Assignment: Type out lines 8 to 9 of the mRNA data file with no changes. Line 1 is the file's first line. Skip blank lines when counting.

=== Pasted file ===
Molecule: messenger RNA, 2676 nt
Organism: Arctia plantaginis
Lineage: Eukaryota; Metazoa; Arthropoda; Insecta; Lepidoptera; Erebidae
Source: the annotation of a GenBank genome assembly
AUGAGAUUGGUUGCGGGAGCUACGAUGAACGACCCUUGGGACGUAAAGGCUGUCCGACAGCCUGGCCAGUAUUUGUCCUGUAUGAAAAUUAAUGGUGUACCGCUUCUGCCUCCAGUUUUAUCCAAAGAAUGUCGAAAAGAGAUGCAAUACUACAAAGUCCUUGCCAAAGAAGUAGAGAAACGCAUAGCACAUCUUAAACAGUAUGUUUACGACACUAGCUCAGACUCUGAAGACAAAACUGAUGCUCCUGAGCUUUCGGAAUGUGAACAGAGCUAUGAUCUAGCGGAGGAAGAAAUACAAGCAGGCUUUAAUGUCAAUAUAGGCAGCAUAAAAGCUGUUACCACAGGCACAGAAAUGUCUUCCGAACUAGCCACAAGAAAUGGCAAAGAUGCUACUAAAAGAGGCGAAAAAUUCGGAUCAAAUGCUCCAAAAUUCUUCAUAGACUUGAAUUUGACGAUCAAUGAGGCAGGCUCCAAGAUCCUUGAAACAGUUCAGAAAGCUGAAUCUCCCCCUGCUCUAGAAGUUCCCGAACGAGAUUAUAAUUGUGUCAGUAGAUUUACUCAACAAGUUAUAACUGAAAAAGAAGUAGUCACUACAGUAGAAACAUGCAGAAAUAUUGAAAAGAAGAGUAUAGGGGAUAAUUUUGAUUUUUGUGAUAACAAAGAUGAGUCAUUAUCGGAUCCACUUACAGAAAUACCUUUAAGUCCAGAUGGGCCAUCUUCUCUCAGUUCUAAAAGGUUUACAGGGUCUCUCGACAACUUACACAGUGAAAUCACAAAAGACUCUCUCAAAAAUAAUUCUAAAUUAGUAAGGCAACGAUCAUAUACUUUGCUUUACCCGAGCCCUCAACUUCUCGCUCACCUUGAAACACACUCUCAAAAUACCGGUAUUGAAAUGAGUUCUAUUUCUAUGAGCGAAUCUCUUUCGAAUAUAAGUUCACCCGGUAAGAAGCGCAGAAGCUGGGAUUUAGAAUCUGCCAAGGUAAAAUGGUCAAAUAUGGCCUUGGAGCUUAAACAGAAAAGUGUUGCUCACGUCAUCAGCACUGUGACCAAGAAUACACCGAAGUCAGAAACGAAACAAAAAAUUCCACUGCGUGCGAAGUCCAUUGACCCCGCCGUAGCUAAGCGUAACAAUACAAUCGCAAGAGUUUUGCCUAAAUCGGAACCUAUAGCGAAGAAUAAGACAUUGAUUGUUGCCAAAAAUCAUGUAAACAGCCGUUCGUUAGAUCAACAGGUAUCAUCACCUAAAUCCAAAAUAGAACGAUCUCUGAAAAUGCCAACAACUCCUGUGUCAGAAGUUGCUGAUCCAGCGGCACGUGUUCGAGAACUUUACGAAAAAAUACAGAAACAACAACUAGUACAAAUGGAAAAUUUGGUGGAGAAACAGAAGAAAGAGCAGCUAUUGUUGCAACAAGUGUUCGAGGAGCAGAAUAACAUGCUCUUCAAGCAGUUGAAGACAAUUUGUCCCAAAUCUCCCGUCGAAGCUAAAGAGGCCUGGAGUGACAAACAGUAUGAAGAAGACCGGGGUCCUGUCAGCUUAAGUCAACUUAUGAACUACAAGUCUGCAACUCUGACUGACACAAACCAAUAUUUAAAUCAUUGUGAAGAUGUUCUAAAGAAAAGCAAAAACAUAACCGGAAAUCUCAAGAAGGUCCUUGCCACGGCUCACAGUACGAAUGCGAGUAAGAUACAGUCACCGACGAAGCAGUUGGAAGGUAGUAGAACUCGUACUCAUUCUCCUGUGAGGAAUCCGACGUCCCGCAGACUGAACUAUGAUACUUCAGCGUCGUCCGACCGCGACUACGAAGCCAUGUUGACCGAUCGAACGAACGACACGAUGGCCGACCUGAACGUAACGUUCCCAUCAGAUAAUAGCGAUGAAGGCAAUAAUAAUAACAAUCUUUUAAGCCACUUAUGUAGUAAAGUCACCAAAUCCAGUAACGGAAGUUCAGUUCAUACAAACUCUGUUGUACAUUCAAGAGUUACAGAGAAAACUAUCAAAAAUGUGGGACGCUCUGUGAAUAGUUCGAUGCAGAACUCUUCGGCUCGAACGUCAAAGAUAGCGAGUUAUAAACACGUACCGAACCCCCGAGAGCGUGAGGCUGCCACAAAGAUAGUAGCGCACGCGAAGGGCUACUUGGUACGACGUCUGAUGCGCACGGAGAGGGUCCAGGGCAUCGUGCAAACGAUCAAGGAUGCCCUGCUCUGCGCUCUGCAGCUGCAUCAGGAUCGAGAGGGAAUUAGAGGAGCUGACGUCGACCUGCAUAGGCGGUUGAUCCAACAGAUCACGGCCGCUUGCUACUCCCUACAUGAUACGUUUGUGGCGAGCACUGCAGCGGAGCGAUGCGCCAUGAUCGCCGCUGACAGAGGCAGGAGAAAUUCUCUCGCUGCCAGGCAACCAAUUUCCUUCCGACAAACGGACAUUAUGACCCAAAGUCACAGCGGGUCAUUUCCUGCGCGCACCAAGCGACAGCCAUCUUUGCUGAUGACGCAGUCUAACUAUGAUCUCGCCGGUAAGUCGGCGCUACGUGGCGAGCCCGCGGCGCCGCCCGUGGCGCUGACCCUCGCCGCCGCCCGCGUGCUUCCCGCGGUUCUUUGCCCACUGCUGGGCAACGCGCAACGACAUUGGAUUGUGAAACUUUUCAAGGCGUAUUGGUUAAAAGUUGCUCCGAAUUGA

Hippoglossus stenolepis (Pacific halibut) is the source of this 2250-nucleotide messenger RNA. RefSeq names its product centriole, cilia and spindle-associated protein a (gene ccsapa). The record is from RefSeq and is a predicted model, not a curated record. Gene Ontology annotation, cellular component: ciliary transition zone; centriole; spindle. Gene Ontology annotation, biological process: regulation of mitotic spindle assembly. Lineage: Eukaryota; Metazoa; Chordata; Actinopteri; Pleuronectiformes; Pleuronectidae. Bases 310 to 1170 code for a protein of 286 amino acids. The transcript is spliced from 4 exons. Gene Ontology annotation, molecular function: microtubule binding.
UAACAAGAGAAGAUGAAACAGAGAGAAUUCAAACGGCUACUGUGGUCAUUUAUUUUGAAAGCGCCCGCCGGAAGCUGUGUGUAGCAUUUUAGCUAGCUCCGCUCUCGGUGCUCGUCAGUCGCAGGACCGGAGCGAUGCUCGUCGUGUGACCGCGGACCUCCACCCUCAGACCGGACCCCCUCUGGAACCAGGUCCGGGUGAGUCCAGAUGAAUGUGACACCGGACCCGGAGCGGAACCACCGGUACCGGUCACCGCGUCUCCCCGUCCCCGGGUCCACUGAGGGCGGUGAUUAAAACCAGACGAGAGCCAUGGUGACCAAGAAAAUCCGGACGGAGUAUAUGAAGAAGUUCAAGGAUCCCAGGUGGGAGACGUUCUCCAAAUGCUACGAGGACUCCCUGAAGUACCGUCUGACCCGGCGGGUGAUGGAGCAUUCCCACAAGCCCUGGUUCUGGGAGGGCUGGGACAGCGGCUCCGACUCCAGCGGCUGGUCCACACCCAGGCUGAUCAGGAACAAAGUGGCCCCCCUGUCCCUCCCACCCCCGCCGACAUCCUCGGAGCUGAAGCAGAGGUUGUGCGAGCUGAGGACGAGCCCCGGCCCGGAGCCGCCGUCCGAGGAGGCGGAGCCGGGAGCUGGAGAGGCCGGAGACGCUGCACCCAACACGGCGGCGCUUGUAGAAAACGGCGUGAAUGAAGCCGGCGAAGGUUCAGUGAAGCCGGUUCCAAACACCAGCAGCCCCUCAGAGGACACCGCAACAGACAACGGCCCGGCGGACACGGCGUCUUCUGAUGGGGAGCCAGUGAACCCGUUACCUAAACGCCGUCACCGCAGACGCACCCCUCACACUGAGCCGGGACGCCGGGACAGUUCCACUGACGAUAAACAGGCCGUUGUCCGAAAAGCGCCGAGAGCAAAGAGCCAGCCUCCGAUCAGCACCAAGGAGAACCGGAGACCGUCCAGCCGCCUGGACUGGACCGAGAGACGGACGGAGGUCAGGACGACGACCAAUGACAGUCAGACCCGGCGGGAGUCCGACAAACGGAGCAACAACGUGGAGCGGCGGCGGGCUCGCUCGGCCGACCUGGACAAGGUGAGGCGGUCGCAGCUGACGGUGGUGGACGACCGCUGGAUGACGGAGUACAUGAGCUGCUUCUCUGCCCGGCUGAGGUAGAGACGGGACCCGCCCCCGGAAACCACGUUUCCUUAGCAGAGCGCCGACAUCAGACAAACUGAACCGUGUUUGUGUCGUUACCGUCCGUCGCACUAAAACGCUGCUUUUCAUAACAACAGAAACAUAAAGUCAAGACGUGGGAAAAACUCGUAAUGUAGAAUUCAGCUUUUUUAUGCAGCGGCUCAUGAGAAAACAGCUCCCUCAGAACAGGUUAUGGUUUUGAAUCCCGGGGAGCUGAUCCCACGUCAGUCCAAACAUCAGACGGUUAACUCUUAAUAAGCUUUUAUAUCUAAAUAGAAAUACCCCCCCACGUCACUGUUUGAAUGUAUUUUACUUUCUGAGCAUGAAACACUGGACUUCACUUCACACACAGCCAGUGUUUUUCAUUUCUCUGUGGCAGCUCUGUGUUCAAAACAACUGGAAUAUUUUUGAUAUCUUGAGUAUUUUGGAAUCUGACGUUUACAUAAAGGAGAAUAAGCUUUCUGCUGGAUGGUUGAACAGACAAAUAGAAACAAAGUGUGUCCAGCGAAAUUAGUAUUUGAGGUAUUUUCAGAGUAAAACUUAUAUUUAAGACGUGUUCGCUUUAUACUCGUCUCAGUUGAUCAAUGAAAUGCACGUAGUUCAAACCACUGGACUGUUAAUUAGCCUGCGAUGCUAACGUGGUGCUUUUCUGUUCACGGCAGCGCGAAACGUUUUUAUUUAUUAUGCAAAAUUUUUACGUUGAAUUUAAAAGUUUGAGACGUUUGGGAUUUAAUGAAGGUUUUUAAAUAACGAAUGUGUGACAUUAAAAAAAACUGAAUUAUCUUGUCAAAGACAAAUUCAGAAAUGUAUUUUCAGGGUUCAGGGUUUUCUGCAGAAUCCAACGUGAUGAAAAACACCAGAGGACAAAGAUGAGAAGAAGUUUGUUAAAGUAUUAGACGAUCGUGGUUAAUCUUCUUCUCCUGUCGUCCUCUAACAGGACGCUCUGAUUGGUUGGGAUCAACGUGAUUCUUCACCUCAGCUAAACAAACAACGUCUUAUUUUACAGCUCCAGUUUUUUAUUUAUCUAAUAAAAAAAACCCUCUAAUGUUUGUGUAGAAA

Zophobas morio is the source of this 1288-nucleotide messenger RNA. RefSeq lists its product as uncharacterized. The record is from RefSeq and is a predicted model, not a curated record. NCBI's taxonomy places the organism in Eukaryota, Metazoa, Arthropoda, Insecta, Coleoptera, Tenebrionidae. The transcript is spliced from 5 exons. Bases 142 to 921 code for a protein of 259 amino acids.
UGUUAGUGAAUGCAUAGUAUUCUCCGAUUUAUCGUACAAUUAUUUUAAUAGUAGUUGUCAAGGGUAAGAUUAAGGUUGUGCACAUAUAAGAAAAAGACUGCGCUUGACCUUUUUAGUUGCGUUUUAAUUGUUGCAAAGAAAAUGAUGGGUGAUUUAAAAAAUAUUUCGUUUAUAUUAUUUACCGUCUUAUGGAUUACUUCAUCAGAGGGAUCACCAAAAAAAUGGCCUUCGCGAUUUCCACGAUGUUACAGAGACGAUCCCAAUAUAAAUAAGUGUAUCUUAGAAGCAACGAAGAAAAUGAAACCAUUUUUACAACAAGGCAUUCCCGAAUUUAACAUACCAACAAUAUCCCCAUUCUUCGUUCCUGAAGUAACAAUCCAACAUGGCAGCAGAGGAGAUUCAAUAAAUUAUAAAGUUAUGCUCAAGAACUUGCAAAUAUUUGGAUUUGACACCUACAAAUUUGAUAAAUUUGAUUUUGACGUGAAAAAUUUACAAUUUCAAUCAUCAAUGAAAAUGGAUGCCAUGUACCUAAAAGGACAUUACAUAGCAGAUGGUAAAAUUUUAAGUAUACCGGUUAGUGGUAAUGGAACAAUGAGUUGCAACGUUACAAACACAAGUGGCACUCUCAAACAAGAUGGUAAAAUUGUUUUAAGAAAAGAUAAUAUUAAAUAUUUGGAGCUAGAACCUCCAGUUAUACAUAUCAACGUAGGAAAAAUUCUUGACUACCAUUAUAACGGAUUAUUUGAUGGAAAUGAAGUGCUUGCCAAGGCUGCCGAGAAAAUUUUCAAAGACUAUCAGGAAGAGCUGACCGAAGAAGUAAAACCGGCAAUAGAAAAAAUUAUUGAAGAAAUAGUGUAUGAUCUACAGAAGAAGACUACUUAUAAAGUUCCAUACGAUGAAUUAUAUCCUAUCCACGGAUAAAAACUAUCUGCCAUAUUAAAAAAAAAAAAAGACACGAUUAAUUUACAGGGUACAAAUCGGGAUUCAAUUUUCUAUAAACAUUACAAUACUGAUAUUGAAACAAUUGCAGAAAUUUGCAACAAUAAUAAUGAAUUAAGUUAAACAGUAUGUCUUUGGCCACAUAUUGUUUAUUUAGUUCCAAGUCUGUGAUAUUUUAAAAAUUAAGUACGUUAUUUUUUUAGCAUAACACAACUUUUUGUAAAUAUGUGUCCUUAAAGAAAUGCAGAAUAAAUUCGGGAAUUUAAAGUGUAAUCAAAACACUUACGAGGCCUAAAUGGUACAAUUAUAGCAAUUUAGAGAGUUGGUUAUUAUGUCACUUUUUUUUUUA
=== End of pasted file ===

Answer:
Zophobas morio is the source of this 1288-nucleotide messenger RNA. RefSeq lists its product as uncharacterized. The record is from RefSeq and is a predicted model, not a curated record. NCBI's taxonomy places the organism in Eukaryota, Metazoa, Arthropoda, Insecta, Coleoptera, Tenebrionidae. The transcript is spliced from 5 exons. Bases 142 to 921 code for a protein of 259 amino acids.
UGUUAGUGAAUGCAUAGUAUUCUCCGAUUUAUCGUACAAUUAUUUUAAUAGUAGUUGUCAAGGGUAAGAUUAAGGUUGUGCACAUAUAAGAAAAAGACUGCGCUUGACCUUUUUAGUUGCGUUUUAAUUGUUGCAAAGAAAAUGAUGGGUGAUUUAAAAAAUAUUUCGUUUAUAUUAUUUACCGUCUUAUGGAUUACUUCAUCAGAGGGAUCACCAAAAAAAUGGCCUUCGCGAUUUCCACGAUGUUACAGAGACGAUCCCAAUAUAAAUAAGUGUAUCUUAGAAGCAACGAAGAAAAUGAAACCAUUUUUACAACAAGGCAUUCCCGAAUUUAACAUACCAACAAUAUCCCCAUUCUUCGUUCCUGAAGUAACAAUCCAACAUGGCAGCAGAGGAGAUUCAAUAAAUUAUAAAGUUAUGCUCAAGAACUUGCAAAUAUUUGGAUUUGACACCUACAAAUUUGAUAAAUUUGAUUUUGACGUGAAAAAUUUACAAUUUCAAUCAUCAAUGAAAAUGGAUGCCAUGUACCUAAAAGGACAUUACAUAGCAGAUGGUAAAAUUUUAAGUAUACCGGUUAGUGGUAAUGGAACAAUGAGUUGCAACGUUACAAACACAAGUGGCACUCUCAAACAAGAUGGUAAAAUUGUUUUAAGAAAAGAUAAUAUUAAAUAUUUGGAGCUAGAACCUCCAGUUAUACAUAUCAACGUAGGAAAAAUUCUUGACUACCAUUAUAACGGAUUAUUUGAUGGAAAUGAAGUGCUUGCCAAGGCUGCCGAGAAAAUUUUCAAAGACUAUCAGGAAGAGCUGACCGAAGAAGUAAAACCGGCAAUAGAAAAAAUUAUUGAAGAAAUAGUGUAUGAUCUACAGAAGAAGACUACUUAUAAAGUUCCAUACGAUGAAUUAUAUCCUAUCCACGGAUAAAAACUAUCUGCCAUAUUAAAAAAAAAAAAAGACACGAUUAAUUUACAGGGUACAAAUCGGGAUUCAAUUUUCUAUAAACAUUACAAUACUGAUAUUGAAACAAUUGCAGAAAUUUGCAACAAUAAUAAUGAAUUAAGUUAAACAGUAUGUCUUUGGCCACAUAUUGUUUAUUUAGUUCCAAGUCUGUGAUAUUUUAAAAAUUAAGUACGUUAUUUUUUUAGCAUAACACAACUUUUUGUAAAUAUGUGUCCUUAAAGAAAUGCAGAAUAAAUUCGGGAAUUUAAAGUGUAAUCAAAACACUUACGAGGCCUAAAUGGUACAAUUAUAGCAAUUUAGAGAGUUGGUUAUUAUGUCACUUUUUUUUUUA